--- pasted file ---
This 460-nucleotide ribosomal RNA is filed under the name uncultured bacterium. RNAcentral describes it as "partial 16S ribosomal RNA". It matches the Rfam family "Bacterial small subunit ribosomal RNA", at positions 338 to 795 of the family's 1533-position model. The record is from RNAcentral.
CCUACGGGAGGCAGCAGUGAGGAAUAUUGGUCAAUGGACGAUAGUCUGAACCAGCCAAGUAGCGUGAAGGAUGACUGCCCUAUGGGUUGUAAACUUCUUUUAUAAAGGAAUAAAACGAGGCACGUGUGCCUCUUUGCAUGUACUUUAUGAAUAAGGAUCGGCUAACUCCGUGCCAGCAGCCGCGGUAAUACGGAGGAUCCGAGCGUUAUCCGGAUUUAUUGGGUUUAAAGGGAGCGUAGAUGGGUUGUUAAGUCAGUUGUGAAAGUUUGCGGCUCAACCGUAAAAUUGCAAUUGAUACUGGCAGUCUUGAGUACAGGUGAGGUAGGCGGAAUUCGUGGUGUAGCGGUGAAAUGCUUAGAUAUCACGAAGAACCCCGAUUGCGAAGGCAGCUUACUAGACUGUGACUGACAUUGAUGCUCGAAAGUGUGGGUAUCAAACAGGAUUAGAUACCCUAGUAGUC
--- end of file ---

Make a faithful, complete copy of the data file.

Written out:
This 460-nucleotide ribosomal RNA is filed under the name uncultured bacterium. RNAcentral describes it as "partial 16S ribosomal RNA". It matches the Rfam family "Bacterial small subunit ribosomal RNA", at positions 338 to 795 of the family's 1533-position model. The record is from RNAcentral.
CCUACGGGAGGCAGCAGUGAGGAAUAUUGGUCAAUGGACGAUAGUCUGAACCAGCCAAGUAGCGUGAAGGAUGACUGCCCUAUGGGUUGUAAACUUCUUUUAUAAAGGAAUAAAACGAGGCACGUGUGCCUCUUUGCAUGUACUUUAUGAAUAAGGAUCGGCUAACUCCGUGCCAGCAGCCGCGGUAAUACGGAGGAUCCGAGCGUUAUCCGGAUUUAUUGGGUUUAAAGGGAGCGUAGAUGGGUUGUUAAGUCAGUUGUGAAAGUUUGCGGCUCAACCGUAAAAUUGCAAUUGAUACUGGCAGUCUUGAGUACAGGUGAGGUAGGCGGAAUUCGUGGUGUAGCGGUGAAAUGCUUAGAUAUCACGAAGAACCCCGAUUGCGAAGGCAGCUUACUAGACUGUGACUGACAUUGAUGCUCGAAAGUGUGGGUAUCAAACAGGAUUAGAUACCCUAGUAGUC